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Carlists, partisans of Don Carlos (1788–1855) and his successors, who claimed the Spanish throne under the Salic law of succession, introduced (1713) by Philip V. The law (forced on Philip by the War of the Spanish Succession to avoid a union of the French and Spanish crowns) was abrogated by Ferdinand VII in favor of his daughter, who succeeded him (1833) as Isabella II. Ferdinand's brother, Don Carlos, refused to recognize Isabella and claimed the throne.

A civil war followed (First Carlist War, 1833–40), and in the hope of autonomy, most of the Basque Provs. and much of Catalonia supported Carlos. The Carlists' conservative and clericalist tendencies gave the dynastic conflict a political character, since the upper middle classes profited from the sale of church lands and supported Isabella. The Carlists enjoyed many early successes, especially under their great general, Tomas Zumalacarregui. After he was killed (1835) in battle, the greater strength of the Isabelline forces gradually made itself felt. In 1839 the Carlist commander Rafael Maroto yielded, but in Catalonia the Carlists under Ramón Cabrera continued the struggle until 1840.

Don Carlos's son, Don Carlos, conde de Montemolín (1818–61), made an unsuccessful attempt at a new uprising in 1860. Montemolín's claims were revived by his nephew, Don Carlos, duque de Madrid (1848–1909), after the deposition (1868) of Isabella. Two insurrections (1869, 1872) failed, but after the abdication (1873) of King Amadeus and the proclamation of the first republic, the Carlists seized most of the Basque Provs. and parts of Catalonia, Aragón, and Valencia. The ensuing chaos and brutal warfare of this Second Carlist War ended in 1876, over a year after Alfonso XII, son of Isabella, was proclaimed king. Don Carlos escaped to France.

In the next half century many defected from Carlist ranks, and several rival groups formed. Pressure against the church by the second republic (1931–39) helped revive Carlism, and the Carlists embraced the Nationalist cause in the Spanish civil war (1936–39). Under the Franco regime Carlism was for many years an obstacle to plans for restoring the main branch of the Bourbon dynasty, but in 1969, Franco overrode Carlist objections and named the Bourbon prince Juan Carlos I as his successor.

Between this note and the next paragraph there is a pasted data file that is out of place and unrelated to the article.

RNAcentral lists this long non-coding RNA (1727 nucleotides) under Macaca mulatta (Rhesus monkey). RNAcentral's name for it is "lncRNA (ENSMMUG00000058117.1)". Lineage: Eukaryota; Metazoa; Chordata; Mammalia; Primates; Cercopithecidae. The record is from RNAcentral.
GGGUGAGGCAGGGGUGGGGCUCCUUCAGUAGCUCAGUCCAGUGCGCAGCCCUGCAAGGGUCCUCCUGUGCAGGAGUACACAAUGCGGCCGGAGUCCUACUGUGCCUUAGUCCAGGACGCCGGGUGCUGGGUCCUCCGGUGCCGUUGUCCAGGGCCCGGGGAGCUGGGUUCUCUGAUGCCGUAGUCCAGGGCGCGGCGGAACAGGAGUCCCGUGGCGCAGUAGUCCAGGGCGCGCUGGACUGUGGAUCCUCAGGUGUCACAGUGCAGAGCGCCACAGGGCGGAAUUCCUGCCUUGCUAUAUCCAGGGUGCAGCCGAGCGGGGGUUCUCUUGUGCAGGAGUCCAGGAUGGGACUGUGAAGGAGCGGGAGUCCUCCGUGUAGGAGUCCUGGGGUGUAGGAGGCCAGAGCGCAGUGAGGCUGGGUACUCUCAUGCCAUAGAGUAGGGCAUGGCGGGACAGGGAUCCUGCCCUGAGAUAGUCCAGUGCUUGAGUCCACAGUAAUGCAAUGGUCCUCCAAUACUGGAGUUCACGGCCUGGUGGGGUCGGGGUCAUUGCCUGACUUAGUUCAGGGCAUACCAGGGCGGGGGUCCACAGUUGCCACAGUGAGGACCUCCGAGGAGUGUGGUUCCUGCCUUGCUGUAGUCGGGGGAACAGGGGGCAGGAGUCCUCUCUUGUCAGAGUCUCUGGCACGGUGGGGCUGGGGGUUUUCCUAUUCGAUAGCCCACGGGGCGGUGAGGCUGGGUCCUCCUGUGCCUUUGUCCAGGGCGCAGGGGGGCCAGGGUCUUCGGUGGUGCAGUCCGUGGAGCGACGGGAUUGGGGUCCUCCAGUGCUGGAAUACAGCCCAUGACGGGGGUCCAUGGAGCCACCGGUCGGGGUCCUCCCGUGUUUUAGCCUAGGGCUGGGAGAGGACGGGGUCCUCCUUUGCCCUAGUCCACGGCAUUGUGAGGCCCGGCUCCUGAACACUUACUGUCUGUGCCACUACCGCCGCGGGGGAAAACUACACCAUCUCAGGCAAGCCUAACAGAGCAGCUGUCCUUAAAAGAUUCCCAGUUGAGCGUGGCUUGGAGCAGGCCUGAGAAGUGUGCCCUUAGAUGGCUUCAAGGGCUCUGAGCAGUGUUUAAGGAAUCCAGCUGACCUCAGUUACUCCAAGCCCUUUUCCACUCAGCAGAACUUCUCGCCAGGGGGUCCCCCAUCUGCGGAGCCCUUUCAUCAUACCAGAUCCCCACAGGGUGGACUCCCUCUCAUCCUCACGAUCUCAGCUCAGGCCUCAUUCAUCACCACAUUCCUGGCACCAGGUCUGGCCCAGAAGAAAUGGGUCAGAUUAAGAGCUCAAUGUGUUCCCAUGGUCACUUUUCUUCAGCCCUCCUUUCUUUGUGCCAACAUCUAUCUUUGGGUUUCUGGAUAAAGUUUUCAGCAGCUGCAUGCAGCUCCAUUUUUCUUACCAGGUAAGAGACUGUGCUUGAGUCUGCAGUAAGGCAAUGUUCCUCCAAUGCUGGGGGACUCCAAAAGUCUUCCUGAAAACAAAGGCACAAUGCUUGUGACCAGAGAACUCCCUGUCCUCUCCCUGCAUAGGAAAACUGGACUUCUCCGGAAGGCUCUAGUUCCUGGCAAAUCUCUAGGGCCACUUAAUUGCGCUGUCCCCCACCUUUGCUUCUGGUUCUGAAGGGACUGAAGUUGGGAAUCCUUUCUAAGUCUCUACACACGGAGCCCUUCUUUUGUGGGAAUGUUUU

See E. Holt, Carlist Wars in Spain (1967).

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The following article is from The Great Soviet Encyclopedia (1979). It might be outdated or ideologically biased.



representatives of the absolutist, clerical political current in Spain that relies on the reactionary clergy, the titled aristocracy, and the top army officers.

The movement received its name from the pretender to the Spanish throne, Don Carlos the Elder. In the 1830’s and 1870’s the Cariists unleashed major rebellions in Spain, known as the Carlist Wars. Later on, as the traditionalist movement, the Cariists supported the most reactionary forces in the country. Cariists were active in the military fascist rebellion of July 18-19, 1936, and collaborated with the Franco regime. Many of them supported Juan Carlos, who was confirmed in 1969 at Franco’s direction as the future king of Spain after Franco’s death. Many Cariists opposed several aspects of Franco’s policies from an absolutist and clerical viewpoint.

The Great Soviet Encyclopedia, 3rd Edition (1970-1979). © 2010 The Gale Group, Inc. All rights reserved.
References in periodicals archive ?
This program was summarized by Wilhelmsen in four words: "God, Fatherland, Fueros, King." After Carlos VII's death, the realistas became known as Carlists.
Considering Spain too backward for a republic, Nombela eventually embraced the ultra-conservative Carlist movement of his native Basque region (III, 461).
The Spanish Civil Wars: A Comparative History of the First Carlist War and the Conflict of the 1930s
The choice of translating such a minor work by Conrad was presumably driven by the theme around which the plot revolved, that is the historical theme of the Third Carlist War (1872-76).
Carlist, an automotive news magazine, has revealed details of the Toyota Calya, which doubles as the Daihatsu Sigra.
"Communities and War" focuses on regimes and their use of propaganda through hospital treatment in Carlist Spain (Jon Arrizabalaga, Pablo Larraz-Andia, and Guillermo Sanchez-Martinez) and World War I Russia (Peter Waldron).
The only problem is that he said it in the early 1840s, after the end of the first Carlist civil war.
Through a cousin living in Naples, Morawetz became associated with a titled Italian aristocrat, who had decided to travel to Spain to fight on behalf of the Carlist camp in what had become a century-long contest between competing lines of the Spanish Bourbon Dynasty.
In addition to Spain losing its territories, the country also had to deal with the effects of the Carlist Wars, a series of civil clashes between liberal-republicans and traditional-royalists.